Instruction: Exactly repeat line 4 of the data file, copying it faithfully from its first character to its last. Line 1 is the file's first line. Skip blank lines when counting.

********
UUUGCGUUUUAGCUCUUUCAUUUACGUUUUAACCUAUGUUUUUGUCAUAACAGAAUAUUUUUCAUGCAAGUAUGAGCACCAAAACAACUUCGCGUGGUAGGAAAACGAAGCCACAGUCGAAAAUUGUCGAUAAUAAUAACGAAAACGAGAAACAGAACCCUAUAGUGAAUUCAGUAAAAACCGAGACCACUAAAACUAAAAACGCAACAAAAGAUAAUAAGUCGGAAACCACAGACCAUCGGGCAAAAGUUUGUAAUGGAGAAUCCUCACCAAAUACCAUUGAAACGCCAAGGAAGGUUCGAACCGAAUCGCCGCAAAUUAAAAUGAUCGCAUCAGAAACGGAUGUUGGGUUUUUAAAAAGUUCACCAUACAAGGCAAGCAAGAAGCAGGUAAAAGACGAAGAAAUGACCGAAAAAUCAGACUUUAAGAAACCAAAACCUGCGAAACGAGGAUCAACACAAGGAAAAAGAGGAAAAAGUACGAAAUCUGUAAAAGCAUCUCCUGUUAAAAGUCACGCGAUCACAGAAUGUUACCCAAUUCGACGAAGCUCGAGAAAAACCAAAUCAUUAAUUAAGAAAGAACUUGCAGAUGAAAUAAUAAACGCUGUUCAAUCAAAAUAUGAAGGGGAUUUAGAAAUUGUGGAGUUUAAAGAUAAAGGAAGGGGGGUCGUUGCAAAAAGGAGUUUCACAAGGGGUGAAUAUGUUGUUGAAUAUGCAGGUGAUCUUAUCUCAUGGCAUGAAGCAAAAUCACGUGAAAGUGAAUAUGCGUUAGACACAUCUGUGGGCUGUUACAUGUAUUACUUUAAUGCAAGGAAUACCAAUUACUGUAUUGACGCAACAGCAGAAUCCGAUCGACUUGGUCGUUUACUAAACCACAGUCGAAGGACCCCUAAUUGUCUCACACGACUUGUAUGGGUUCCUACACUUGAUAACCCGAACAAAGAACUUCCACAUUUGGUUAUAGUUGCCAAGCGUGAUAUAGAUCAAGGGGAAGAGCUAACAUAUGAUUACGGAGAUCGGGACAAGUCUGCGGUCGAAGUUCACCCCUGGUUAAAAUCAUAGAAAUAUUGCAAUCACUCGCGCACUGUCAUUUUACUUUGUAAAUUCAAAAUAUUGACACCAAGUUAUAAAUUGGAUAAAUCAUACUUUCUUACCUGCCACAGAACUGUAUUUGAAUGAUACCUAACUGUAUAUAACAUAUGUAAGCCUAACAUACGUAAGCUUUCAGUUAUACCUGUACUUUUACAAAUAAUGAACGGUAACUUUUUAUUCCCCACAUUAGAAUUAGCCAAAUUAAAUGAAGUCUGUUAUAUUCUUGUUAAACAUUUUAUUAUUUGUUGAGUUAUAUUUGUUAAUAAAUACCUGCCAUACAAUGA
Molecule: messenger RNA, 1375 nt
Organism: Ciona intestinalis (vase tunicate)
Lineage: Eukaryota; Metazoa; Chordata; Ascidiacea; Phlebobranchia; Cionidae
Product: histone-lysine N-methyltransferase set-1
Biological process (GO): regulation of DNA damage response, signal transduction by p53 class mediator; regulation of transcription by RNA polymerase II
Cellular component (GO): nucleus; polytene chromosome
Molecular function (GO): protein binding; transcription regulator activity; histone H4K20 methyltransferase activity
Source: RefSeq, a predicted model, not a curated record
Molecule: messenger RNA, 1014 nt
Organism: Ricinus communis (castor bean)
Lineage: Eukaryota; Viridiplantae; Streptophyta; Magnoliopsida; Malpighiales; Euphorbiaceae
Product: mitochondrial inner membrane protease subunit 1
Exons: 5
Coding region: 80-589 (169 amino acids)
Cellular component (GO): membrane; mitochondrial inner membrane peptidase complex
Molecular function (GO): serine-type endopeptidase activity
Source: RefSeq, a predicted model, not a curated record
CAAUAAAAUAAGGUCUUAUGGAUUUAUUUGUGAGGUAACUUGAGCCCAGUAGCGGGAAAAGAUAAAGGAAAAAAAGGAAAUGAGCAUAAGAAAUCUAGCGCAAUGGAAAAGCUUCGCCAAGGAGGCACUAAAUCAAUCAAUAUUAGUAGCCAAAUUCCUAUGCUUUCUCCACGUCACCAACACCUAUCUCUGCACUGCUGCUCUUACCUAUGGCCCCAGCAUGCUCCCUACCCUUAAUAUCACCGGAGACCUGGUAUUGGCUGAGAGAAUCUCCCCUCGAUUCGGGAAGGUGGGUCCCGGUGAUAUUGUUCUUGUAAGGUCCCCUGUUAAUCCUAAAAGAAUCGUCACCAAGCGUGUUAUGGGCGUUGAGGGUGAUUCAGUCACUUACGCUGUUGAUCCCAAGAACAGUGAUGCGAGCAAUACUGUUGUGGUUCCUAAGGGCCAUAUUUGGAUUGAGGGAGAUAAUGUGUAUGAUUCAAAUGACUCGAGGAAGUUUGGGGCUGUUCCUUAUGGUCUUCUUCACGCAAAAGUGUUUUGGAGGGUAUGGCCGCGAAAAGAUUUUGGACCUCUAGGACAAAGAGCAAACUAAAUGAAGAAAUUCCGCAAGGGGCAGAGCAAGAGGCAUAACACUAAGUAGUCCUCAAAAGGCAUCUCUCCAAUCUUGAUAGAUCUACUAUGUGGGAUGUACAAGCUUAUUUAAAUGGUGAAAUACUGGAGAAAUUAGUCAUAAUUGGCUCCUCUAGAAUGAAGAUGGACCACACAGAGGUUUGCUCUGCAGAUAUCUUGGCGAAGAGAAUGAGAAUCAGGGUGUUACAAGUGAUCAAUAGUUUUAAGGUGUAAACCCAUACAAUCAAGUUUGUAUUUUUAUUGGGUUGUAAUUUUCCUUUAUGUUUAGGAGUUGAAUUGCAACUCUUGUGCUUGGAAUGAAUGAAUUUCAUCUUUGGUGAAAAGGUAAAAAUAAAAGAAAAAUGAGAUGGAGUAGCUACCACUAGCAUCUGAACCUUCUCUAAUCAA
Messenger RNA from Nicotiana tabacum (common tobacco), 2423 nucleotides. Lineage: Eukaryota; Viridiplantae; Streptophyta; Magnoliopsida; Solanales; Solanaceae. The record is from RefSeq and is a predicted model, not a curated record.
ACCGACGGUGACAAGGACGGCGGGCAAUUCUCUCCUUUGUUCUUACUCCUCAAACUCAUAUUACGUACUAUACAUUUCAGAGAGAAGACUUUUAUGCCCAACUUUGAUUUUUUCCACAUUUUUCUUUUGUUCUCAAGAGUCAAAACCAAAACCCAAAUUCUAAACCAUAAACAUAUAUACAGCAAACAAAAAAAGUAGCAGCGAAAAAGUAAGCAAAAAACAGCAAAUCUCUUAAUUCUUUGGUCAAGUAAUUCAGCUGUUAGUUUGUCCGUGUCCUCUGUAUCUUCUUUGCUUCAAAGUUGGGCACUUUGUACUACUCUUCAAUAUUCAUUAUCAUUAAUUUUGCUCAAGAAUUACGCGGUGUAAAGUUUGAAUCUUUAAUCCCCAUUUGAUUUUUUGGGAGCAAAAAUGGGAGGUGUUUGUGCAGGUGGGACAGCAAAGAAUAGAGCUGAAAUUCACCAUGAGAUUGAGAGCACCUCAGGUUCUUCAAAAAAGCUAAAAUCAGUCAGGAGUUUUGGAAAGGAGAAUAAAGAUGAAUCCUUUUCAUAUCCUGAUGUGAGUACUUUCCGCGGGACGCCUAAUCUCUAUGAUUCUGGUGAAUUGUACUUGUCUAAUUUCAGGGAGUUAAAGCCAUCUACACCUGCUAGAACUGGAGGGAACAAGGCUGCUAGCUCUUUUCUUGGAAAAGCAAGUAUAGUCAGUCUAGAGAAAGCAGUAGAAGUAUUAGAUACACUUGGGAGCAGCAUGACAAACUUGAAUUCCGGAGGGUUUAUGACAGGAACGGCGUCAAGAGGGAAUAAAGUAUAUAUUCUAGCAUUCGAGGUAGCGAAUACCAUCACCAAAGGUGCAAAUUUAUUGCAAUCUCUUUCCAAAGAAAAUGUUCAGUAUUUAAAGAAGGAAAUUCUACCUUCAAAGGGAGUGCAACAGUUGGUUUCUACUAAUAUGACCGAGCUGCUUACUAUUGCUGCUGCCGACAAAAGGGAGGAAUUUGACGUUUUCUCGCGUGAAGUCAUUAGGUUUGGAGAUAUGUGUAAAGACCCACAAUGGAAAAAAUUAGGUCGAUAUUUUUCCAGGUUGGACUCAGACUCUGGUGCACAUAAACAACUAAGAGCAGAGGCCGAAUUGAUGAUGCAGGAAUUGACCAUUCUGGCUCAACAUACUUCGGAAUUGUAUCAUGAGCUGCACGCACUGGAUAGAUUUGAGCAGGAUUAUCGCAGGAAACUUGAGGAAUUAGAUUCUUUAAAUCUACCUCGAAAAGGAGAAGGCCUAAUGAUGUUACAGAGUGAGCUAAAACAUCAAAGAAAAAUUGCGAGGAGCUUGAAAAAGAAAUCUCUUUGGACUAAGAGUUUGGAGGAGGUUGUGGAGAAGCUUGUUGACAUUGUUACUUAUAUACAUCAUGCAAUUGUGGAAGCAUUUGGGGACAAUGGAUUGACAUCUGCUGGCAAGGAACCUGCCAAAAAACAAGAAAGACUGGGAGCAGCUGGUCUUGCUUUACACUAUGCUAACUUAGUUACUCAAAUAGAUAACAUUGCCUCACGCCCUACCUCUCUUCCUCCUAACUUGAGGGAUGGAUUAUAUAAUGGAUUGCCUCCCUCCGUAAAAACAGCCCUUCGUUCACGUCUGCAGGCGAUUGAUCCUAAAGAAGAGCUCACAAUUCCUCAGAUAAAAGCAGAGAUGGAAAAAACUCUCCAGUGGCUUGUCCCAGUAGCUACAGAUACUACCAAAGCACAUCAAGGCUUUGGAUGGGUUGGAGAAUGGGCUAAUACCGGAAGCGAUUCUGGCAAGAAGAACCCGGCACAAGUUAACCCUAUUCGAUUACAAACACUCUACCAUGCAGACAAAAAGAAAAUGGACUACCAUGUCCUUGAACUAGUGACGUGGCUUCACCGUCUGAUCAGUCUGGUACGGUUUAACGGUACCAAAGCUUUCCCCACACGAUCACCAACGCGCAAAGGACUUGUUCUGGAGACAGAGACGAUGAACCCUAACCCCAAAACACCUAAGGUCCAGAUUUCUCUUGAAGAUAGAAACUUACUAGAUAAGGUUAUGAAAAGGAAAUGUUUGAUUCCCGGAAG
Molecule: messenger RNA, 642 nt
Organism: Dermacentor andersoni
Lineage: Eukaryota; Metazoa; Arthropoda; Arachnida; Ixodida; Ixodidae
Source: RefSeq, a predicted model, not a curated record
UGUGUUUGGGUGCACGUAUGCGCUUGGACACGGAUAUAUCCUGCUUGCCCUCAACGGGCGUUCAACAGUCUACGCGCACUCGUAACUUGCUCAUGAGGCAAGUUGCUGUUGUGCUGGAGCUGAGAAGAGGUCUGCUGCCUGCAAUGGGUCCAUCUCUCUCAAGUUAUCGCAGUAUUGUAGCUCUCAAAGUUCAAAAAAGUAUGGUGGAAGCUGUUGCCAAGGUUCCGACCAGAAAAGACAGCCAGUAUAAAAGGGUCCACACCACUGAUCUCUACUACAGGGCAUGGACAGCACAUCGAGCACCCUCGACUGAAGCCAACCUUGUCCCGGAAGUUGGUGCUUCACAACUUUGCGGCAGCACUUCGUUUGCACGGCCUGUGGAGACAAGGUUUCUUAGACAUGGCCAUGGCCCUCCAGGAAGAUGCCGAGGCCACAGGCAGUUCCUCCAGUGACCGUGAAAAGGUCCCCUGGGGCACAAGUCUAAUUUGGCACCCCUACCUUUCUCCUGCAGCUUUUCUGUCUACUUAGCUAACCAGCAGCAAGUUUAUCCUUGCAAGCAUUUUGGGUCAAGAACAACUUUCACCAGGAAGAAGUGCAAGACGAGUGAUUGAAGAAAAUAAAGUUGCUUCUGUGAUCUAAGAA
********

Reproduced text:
Lineage: Eukaryota; Metazoa; Chordata; Ascidiacea; Phlebobranchia; Cionidae